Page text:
New obesity, height genes identified

April 8, 2013

(Medical Xpress)—Busselton residents and researchers from The University of Western Australia have helped a worldwide scientific collaboration identify new genes associated with height and obesity.

The discovery of four new loci (the specific place on a chromosome where a gene is located) affecting height and seven related to obesity is described in a paper published online today in Nature Genetics.

The paper was authored by more than 300 researchers and is the result of a meta-analysis of dozens of studies around the world collating data from more than 263,000 individuals of European background.

UWA contributors included Research Assistant Professor Gemma Cadby of the Centre for of Health and Disease, who provided analysis of height and weight data from the long-running Busselton .

Dr Cadby said the newly discovered genes represented further pieces in the puzzle as researchers sought to understand the to height and weight.

"They already know of some genes likely to affect height and weight, but these genes only explain a limited amount of the contribution of genetics to these traits," Dr Cadby said. "So a lot of genes still need to be identified, but this is an important step.

"The ultimate goal for is to further the understanding of human diseases and in doing so, to develop new treatments and ways of preventing disease. Actually translating the results of studies such as this into providing intervention, management and treatments for people who are obese is a long way ahead, but in order to do those things you need to understand the genetics of the disease. We have to get this bit of the puzzle before we can move to the next step."

The paper is titled "Genome-wide meta-analysis identifies 11 new loci for anthropometric traits and provides insights into ."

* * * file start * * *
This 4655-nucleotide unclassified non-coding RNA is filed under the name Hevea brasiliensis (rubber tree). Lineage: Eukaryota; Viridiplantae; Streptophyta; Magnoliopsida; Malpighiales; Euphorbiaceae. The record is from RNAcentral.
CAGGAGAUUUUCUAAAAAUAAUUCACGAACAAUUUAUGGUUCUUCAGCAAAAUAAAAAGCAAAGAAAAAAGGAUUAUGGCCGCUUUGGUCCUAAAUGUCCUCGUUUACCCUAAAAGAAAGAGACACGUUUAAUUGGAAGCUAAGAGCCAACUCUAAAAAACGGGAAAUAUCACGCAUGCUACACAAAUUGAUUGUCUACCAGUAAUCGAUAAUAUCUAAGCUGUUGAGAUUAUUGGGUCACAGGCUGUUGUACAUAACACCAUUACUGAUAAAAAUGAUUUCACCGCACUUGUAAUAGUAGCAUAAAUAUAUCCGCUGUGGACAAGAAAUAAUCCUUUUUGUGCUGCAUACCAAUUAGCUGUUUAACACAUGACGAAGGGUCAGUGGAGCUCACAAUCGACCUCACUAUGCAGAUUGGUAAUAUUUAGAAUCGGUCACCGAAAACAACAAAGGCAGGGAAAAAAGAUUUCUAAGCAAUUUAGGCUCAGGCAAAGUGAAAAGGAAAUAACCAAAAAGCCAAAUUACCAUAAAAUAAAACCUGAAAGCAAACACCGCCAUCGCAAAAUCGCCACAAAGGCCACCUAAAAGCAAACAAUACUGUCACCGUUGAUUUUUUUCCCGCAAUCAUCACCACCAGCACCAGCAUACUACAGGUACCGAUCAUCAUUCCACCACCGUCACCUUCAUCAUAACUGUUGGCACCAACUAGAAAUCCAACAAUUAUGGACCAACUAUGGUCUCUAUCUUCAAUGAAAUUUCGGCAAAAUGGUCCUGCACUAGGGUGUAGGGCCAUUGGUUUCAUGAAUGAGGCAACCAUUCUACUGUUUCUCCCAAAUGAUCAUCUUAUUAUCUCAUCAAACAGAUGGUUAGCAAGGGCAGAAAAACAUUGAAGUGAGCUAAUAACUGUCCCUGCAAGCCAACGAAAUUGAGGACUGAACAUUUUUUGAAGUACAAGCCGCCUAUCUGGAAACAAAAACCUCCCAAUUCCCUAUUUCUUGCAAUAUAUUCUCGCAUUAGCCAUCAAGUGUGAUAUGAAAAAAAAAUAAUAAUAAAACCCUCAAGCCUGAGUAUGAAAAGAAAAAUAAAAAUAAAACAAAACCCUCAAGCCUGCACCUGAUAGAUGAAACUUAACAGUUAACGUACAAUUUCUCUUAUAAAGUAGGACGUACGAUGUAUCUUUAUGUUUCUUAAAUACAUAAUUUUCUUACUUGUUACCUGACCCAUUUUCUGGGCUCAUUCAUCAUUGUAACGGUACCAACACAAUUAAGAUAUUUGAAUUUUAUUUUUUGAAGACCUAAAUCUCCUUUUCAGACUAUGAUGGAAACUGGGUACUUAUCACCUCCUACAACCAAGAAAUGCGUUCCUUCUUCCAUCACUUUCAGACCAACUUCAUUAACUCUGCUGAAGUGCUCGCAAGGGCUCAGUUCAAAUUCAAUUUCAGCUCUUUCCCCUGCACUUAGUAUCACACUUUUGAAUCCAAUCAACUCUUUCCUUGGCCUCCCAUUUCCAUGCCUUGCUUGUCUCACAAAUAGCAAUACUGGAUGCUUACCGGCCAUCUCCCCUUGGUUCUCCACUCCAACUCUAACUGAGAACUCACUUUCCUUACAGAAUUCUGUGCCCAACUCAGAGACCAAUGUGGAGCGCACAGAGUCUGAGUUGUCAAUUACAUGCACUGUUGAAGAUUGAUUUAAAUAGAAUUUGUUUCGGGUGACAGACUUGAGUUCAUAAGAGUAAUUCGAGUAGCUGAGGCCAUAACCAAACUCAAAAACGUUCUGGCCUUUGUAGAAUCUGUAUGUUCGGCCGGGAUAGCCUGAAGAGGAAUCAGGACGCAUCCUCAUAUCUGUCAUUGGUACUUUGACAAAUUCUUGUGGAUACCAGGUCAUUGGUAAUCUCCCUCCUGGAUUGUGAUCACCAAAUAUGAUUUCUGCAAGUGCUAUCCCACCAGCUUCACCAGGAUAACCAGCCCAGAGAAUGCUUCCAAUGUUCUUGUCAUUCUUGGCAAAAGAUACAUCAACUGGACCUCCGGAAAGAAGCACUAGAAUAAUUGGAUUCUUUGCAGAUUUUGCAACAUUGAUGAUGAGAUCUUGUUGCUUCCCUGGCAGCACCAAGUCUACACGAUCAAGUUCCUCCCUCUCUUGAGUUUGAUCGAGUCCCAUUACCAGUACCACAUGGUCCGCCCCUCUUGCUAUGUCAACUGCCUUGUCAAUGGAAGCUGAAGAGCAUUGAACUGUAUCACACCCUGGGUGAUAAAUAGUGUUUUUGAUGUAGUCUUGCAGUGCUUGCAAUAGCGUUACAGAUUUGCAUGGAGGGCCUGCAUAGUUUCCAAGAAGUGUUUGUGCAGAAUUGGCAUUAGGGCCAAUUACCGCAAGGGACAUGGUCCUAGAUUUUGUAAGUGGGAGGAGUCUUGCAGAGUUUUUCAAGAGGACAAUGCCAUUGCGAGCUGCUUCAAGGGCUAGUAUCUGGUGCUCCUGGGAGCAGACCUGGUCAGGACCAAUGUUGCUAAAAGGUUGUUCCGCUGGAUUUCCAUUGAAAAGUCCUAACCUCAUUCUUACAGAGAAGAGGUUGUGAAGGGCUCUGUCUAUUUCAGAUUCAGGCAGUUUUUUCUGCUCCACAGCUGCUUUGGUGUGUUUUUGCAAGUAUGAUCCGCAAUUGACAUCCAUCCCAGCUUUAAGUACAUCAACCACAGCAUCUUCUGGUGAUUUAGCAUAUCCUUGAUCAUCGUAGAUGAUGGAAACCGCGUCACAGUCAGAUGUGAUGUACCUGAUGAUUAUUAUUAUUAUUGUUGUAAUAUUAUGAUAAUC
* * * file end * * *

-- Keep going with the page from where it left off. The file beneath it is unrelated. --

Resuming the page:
Explore further: Genetic clues for type 2 diabetes

Related Stories

Genetic clues for type 2 diabetes

August 14, 2012
Busselton residents and researchers from The University of Western Australia have contributed to a worldwide scientific collaboration that has identified new genetic links in the quest to map the biological pathways that ...

Largest-ever genome-wide study identifies genes for common childhood obesity

April 8, 2012
Genetics researchers have identified at least two new gene variants that increase the risk of common childhood obesity.

Recommended for you

Science Says: DNA test results may not change health habits

August 17, 2017
If you learned your DNA made you more susceptible to getting a disease, wouldn't you work to stay healthy?

Phenotype varies for presumed pathogenic variants in KCNB1

August 16, 2017
(HealthDay)—De novo KCNB1 missense and loss-of-function variants are associated with neurodevelopmental disorders, with or without seizures, according to a study published online Aug. 14 in JAMA Neurology.

Genetic variants found to play key role in human immune system

August 16, 2017
It is widely recognized that people respond differently to infections. This can partially be explained by genetics, shows a new study published today in Nature Communications by an international collaboration of researchers ...

Active non-coding DNA might help pinpoint genetic risk for psychiatric disorders

August 16, 2017
Northwestern Medicine scientists have demonstrated a new method of analyzing non-coding regions of DNA in neurons, which may help to pinpoint which genetic variants are most important to the development of schizophrenia and ...

Evolved masculine and feminine behaviors can be inherited from social environment

August 15, 2017
The different ways men and women behave, passed down from generation to generation, can be inherited from our social environment - not just from genes, experts have suggested.

Attitudes on human genome editing vary, but all agree conversation is necessary

August 10, 2017
In early August 2017, an international team of scientists announced they had successfully edited the DNA of human embryos. As people process the political, moral and regulatory issues of the technology—which nudges us closer ...

0 comments

Please sign in to add a comment. Registration is free, and takes less than a minute. Read more

Click here to reset your password.
Sign in to get notified via email when new comments are made.